This exhibition, similar to the Alex Margo Arden show I covered last week, smells great. This time though, the odour wafting through the gallery isn’t synthetic, but all natural, emanating from the dried pine needles that carpets one of the works. There’s a little glass pot of pine next to the visitor’s book, too. Raw nature is an important governing concept for the Warsaw-born, London-based artist, who mixes her own paints from natural products.
Central to this new show at Maximillian William, and the source of the pine smell, is Tubers, an installation of wooden frames and foundations, linked by potatoes: like the foundations for one of Sigmar Polke’s potato houses. It’s surrounded by paintings in those same wood frames, which waver on the borderland between colour fields and representation. Perhaps it’s my imagination, seeing leaves and tree trunks in Skupinska’s pale, cool, colour blocks.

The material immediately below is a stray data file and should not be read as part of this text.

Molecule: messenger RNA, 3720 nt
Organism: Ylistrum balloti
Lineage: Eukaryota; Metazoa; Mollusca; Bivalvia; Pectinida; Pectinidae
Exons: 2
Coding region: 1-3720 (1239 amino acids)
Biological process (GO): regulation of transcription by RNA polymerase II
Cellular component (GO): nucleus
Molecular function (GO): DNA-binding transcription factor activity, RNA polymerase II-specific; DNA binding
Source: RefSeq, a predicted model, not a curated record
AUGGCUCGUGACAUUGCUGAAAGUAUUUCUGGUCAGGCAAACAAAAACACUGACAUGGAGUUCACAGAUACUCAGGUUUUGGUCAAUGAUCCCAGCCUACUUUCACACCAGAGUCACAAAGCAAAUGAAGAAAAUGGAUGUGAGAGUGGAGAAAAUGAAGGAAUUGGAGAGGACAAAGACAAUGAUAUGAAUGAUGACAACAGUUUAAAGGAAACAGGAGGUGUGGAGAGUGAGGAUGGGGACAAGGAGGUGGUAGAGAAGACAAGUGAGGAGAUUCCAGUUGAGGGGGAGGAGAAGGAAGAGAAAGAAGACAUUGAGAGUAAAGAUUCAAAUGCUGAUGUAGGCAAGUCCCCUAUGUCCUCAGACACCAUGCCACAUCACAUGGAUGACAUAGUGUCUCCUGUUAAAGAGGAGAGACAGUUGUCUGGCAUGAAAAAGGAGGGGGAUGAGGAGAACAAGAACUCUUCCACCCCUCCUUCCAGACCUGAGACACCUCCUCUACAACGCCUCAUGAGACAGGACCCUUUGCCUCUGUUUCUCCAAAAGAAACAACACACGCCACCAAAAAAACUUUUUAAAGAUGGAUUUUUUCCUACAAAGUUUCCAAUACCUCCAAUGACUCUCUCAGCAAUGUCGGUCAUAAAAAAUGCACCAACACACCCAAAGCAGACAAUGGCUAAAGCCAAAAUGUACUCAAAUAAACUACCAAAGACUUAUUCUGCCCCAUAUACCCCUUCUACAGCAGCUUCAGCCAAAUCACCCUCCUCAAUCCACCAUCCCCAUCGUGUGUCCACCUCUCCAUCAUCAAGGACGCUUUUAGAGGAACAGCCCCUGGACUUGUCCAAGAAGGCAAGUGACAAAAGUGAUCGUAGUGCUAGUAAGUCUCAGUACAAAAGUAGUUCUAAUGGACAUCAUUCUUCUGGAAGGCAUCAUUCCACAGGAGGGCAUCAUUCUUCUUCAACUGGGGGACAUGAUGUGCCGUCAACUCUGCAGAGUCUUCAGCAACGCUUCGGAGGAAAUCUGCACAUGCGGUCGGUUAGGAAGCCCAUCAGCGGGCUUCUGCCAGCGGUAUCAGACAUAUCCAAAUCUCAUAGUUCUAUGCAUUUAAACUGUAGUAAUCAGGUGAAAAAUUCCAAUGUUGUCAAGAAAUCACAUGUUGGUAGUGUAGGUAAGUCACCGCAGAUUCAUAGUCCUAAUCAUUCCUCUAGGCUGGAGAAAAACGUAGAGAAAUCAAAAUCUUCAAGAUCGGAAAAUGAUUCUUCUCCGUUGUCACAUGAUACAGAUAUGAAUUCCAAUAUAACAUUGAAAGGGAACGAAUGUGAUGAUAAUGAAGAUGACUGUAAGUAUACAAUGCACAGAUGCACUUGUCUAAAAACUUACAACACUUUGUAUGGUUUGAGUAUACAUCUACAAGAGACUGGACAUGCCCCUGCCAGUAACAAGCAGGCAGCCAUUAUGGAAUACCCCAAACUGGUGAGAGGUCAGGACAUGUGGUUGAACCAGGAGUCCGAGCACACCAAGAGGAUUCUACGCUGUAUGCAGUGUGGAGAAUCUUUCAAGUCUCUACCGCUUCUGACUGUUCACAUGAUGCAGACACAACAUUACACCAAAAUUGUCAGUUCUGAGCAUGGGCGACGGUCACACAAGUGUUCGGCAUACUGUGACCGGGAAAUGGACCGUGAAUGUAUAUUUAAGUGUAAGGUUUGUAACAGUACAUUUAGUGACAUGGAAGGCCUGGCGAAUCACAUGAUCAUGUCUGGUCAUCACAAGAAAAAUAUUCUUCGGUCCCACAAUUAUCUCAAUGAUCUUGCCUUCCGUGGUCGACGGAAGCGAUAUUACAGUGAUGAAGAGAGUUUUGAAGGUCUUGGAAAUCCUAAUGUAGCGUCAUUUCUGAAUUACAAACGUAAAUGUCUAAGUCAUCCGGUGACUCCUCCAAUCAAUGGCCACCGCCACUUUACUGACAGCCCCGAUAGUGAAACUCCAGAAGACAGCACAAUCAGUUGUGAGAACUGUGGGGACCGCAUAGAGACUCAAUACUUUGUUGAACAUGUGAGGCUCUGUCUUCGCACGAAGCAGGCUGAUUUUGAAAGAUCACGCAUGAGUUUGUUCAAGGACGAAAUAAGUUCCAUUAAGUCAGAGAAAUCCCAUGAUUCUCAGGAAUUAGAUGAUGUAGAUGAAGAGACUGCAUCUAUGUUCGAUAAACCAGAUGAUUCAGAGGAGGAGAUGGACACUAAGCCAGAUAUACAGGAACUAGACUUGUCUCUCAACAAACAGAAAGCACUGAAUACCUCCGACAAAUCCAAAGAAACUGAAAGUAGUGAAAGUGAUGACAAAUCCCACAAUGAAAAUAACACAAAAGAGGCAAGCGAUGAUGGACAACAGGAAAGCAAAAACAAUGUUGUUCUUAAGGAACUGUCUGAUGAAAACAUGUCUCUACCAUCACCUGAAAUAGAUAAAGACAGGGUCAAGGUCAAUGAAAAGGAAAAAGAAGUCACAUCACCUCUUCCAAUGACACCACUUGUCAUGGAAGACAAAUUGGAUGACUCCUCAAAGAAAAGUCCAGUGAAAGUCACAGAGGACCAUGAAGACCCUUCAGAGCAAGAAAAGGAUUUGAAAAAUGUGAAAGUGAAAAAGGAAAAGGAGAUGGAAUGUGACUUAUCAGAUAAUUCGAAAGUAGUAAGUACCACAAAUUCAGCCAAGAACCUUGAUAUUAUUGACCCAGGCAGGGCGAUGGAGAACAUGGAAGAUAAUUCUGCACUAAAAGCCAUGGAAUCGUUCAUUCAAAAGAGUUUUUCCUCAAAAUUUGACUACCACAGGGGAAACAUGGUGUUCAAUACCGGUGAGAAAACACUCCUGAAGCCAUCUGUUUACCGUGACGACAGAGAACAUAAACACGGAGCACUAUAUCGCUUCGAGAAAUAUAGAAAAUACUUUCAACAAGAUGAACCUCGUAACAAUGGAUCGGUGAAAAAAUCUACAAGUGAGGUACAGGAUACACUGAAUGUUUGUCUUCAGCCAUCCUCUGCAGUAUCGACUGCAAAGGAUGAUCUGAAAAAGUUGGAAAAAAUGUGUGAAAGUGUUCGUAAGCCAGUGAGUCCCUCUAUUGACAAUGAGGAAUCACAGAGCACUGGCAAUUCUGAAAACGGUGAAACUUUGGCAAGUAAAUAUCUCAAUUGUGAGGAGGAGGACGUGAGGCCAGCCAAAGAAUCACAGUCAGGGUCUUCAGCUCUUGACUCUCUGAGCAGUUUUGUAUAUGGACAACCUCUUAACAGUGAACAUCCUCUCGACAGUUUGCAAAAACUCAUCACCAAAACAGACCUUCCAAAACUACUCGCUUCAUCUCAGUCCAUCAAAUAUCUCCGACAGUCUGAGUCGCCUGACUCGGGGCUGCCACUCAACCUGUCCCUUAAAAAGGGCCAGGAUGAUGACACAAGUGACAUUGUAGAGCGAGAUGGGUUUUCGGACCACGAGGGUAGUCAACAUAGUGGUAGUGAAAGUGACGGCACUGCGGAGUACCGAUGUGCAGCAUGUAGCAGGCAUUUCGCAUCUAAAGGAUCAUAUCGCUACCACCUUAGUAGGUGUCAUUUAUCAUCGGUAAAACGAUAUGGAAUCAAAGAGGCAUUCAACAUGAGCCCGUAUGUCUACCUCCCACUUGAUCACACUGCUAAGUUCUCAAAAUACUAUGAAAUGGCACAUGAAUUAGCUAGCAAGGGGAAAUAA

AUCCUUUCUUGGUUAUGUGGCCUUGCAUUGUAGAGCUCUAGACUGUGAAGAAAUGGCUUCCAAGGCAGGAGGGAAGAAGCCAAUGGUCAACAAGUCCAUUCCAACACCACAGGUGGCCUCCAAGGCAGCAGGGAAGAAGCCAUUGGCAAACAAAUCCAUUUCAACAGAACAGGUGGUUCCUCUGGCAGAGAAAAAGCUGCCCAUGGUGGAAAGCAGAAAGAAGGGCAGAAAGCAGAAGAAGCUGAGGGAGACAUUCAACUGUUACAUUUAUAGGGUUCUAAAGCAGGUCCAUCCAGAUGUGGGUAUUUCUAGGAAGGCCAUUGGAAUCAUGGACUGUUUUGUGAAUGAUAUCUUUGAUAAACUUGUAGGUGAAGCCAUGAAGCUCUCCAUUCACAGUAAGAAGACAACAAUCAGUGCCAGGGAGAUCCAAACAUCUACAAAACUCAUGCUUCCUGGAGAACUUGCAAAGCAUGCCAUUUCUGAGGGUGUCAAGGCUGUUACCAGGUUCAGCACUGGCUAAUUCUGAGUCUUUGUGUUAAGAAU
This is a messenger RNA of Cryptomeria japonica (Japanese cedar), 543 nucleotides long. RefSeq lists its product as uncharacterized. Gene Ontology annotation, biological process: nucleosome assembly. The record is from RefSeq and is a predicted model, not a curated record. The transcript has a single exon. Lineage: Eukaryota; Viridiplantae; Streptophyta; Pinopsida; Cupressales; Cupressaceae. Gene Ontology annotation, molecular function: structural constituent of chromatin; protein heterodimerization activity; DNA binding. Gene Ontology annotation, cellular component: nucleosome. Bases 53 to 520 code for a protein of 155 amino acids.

It’s an impression that’s reinforced when I find out the materials the artist used in her paints, lovingly listed in the show notes. Ranging from: turmeric, chilli, spirullina and arrowroot - to beetroots, chestnuts and carrots.
Mark Rothko’s another mid century master, along with Polke, who obviously informs Skupinska’s work. Though the artist is circumspect when discussing this particular influence, in an interview accompanying the exhibition.
"My visual language points to the tradition of colour field painting,” she says. “For me, however, the reason for simplicity is a means to a different end. My primary dedication is to natural material, and the calmness of these simple forms and fields of colour are places where I can study and observe these different plant matters."
In other words, stop trying to pull out leaves and trees from these paintings; let the leaves and trees show themselves to you.
Magdalena Skupinska: Blending Elements is at Maximillian William (London). 09 June - 23 July 2022